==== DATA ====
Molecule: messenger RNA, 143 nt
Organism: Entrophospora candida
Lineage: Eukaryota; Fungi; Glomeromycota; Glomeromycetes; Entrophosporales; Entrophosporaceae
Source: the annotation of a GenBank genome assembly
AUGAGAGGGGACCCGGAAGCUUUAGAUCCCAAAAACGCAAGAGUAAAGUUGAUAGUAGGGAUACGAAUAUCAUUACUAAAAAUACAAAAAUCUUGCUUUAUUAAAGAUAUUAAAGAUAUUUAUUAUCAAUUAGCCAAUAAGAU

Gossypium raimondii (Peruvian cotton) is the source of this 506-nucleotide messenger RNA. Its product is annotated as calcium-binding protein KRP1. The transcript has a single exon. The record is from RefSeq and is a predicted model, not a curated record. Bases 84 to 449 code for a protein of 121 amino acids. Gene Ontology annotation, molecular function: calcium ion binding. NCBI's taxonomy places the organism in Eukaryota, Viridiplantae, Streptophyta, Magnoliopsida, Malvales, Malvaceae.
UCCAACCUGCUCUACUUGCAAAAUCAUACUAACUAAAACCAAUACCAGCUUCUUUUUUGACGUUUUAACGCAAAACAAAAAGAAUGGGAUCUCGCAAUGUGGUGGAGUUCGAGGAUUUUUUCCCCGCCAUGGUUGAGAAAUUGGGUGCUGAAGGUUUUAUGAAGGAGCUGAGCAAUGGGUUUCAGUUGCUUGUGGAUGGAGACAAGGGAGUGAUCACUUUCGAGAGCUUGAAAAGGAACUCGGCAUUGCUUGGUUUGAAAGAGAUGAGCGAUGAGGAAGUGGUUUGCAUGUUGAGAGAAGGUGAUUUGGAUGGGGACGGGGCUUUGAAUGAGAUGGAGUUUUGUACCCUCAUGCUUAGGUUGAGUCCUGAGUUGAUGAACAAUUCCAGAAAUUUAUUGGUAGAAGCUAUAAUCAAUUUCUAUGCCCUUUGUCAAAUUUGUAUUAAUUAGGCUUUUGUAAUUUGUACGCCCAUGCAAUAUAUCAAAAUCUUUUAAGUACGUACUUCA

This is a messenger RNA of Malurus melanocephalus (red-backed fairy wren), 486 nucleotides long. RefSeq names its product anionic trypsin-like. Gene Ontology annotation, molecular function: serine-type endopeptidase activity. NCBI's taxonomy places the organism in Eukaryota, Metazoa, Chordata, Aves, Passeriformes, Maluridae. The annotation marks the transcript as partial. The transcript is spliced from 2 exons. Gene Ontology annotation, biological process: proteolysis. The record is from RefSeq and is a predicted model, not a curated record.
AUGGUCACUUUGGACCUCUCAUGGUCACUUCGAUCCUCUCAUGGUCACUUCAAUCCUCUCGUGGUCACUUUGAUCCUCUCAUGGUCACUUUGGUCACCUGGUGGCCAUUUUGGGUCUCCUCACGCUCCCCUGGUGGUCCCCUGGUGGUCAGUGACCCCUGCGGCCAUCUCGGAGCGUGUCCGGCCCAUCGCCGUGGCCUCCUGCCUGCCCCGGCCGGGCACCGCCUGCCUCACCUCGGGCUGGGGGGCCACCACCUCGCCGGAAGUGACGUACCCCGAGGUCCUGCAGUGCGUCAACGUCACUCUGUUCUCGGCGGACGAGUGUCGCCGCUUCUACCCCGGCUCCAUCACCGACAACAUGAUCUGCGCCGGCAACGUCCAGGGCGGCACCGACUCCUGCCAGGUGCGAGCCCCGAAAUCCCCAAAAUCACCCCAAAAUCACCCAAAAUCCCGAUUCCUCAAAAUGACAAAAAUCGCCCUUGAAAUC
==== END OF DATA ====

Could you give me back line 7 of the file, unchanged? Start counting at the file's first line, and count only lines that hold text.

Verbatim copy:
UCCAACCUGCUCUACUUGCAAAAUCAUACUAACUAAAACCAAUACCAGCUUCUUUUUUGACGUUUUAACGCAAAACAAAAAGAAUGGGAUCUCGCAAUGUGGUGGAGUUCGAGGAUUUUUUCCCCGCCAUGGUUGAGAAAUUGGGUGCUGAAGGUUUUAUGAAGGAGCUGAGCAAUGGGUUUCAGUUGCUUGUGGAUGGAGACAAGGGAGUGAUCACUUUCGAGAGCUUGAAAAGGAACUCGGCAUUGCUUGGUUUGAAAGAGAUGAGCGAUGAGGAAGUGGUUUGCAUGUUGAGAGAAGGUGAUUUGGAUGGGGACGGGGCUUUGAAUGAGAUGGAGUUUUGUACCCUCAUGCUUAGGUUGAGUCCUGAGUUGAUGAACAAUUCCAGAAAUUUAUUGGUAGAAGCUAUAAUCAAUUUCUAUGCCCUUUGUCAAAUUUGUAUUAAUUAGGCUUUUGUAAUUUGUACGCCCAUGCAAUAUAUCAAAAUCUUUUAAGUACGUACUUCA